How Much Encryption Do I Need?

Encryption is a very important factor in our digital lives. It is something we encounter every day, whether we realize it or not. For companies that store our private information, it is extremely important that no one else has access to the data. However, for individuals, convenience may outweigh the added security in some instances. 

What Is Encryption?http://s.hswstatic.com/gif/vpn-rev-encryption.jpg

Encryption is a way of storing or sending information securely. By securely, we are referring to the encrypting of the data. Encryption doesn’t mean the data can’t be accessed, but rather, if it does get accessed, it won’t be readable. Think of someone writing a message on a plate, then painting over the message and breaking the plate into millions of tiny little pieces. If someone gets the plate, they will have no idea what the message says. However, when you give the broken pieces to the person that is supposed to have it, the plate gets magically put back together with a key. This is, of course, a very simplified explanation.

Encryption on Mobile Devices

Mobile devices (i.e., phones, tablets) need to have encryption because they are being taken out into public spaces where, if the device is lost or stolen, private data could end up into the hands of someone who would exploit the data in some way. For instance, if someone loses a smartphone containing credit card information, then that information is available to whoever happens to find it. This is why all current iPhones and some Android phones are encrypted with a passcode by default. Phone contents being encrypted is important. However, it is also important to realize that any time a user contacts a website using their phone, that data may or may not be encrypted. For instance, general web browsing is not encrypted, but entering password or credit card information is, assuming the website itself is not unscrupulous.

Encryption on Cloud Services

Mobile devices depend on cloud services, since data usually needs to be synced to other devices, such as computers. Services that offer syncing, whether it be for contacts, pictures or anything else, need to get the information off of the phone. The encryption that keeps the data secure has to be decoded in order to sync with these services. This doesn’t mean the data is sent to these services unencrypted, however. It means that the encrypted data is first decrypted by the phone. Then it is sent to the sync service on the phone, encrypted by that sync service and then sent encrypted through the web. Keep in mind, allowing any service outside of the phone access to this information means trusting that the service will keep the data safe.

How Secure Do You Want to Be?

For the average user, there is a certain amount of insecurity they are willing to live with. How much depends on the individual. Do you want your email to be encrypted? Most email is not encrypted end to end because the receiving email service wouldn’t understand the encryption. Do you want to make sure your photos can’t be accessed? It would probably be best to keep them on your device only and not sync them with photo storage services. Every allowance for access to your data runs the risk of the data being exploited, so users have to make the decision as to what is most important to keep 100 percent locked down and how much convenience and entertainment they want from their device.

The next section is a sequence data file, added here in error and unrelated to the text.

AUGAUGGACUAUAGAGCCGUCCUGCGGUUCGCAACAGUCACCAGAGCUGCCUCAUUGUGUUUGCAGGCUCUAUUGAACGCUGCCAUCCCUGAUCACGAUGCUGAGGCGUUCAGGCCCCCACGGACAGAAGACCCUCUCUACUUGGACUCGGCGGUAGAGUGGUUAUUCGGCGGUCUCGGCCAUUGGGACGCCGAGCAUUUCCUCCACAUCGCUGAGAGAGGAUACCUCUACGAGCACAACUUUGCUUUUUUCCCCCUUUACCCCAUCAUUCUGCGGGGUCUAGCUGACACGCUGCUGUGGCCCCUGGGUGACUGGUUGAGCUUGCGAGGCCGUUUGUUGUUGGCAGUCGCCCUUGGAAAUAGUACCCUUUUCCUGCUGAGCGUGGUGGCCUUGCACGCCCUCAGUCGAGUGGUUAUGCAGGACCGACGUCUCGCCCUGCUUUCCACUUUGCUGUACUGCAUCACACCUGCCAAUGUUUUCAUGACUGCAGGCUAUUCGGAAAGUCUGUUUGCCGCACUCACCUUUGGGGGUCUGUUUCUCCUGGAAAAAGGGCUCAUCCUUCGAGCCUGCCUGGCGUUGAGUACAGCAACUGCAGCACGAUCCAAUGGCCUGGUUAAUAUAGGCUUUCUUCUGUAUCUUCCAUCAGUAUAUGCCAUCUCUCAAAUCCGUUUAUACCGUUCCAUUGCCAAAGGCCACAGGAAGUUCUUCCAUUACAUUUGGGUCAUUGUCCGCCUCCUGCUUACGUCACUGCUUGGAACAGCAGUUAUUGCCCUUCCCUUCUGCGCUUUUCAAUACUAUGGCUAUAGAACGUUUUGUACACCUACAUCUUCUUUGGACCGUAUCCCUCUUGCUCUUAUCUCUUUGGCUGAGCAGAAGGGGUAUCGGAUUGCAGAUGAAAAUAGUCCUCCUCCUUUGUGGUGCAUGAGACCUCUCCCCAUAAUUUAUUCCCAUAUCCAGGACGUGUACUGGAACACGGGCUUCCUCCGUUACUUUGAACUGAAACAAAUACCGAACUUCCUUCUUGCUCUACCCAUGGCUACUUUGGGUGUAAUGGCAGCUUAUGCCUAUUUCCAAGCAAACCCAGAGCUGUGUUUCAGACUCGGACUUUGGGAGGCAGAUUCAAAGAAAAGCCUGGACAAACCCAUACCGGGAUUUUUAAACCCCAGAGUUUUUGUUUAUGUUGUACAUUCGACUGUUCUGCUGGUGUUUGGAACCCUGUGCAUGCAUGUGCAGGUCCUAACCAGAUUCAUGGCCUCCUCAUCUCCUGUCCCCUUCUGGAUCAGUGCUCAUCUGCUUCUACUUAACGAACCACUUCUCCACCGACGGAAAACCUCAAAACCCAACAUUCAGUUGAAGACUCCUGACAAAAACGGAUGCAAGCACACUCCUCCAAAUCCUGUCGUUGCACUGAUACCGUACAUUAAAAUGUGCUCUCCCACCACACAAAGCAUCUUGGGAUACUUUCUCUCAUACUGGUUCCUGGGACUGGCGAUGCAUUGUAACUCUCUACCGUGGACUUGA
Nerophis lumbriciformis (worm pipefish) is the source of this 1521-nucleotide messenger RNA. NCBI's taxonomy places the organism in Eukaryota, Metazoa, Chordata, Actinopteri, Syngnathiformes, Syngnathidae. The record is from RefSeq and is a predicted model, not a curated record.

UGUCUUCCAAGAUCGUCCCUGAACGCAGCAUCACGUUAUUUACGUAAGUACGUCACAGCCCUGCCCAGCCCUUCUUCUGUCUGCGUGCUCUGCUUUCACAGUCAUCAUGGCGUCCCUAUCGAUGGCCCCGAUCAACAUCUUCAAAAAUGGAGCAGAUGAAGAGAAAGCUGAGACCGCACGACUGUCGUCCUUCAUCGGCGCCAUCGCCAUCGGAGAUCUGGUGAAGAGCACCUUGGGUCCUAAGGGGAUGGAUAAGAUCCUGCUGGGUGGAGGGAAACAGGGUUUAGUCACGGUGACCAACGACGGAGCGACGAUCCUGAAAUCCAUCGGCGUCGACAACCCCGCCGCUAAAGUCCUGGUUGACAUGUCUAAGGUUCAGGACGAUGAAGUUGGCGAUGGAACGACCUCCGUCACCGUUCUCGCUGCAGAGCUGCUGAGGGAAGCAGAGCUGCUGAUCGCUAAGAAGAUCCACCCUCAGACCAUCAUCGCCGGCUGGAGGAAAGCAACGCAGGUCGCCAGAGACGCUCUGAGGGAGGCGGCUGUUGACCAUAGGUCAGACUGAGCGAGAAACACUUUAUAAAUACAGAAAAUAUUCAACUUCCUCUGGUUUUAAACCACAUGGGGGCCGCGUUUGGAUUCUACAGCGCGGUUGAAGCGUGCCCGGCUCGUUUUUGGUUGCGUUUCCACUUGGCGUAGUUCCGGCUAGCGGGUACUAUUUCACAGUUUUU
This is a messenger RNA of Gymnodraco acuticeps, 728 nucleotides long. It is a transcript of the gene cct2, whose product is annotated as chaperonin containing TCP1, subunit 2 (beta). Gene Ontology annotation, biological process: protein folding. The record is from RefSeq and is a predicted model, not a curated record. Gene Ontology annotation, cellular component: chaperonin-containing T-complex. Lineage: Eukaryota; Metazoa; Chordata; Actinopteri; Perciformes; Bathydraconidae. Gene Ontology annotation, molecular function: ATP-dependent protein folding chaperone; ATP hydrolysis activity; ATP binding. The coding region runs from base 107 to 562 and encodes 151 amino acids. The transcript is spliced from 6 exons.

Sources

http://www.howtogeek.com/234642/what-is-encryption-and-why-are-people-afraid-of-it/

http://searchmobilecomputing.techtarget.com/tip/How-mobile-device-encryption-works-to-protect-sensitive-data

http://www.digitaltrends.com/computing/can-email-ever-be-secure/

5 Non-Technical Skills Tomorrow’s Information Security Experts Need

Information security is a technical discipline that’s highly in-demand among organizations nationwide. As CIO.com highlights, there is a severe cyber-security talent gap in the United States due to a lack of training among information-technology, or “IT,” professionals and the emerging nature of the field. With a 38-percent increase in information-security incidents over the past year, companies nationwide are scrambling to bolster their in-house security talent.

Regardless of whether your company is considering training existing IT talent to assume security roles or hunting for external talent, it’s wise to consider non-technical skills that benefit security professionals. Adaptability, a proactive attitude and other attributes can be every bit as beneficial to a talented tech worker as experience with firewalls and file-integrity monitoring. Join us as we review five non-technical skills that both experienced and newly hired, information-security experts should demonstrate.

 

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Serve it Up Sharp: Blade Servers to the Rescue

A Sad Story

Once upon a time, there was a server room that was just too full of servers. It gave off a lot of heat, used too much power for cooling and just didn’t serve the company the way it used to. On top of that, it needed too many people to keep it updated. The system administrator didn’t know what to do. He needed a solution… fast.

A Happy Ending

Is this story more than a fairy tale? This situation was all too familiar to many companies a decade ago. Unfortunately, it still is for a multitude of start-ups, and small- and mid-range businesses. But today, a new hero has come to save the day: the blade server.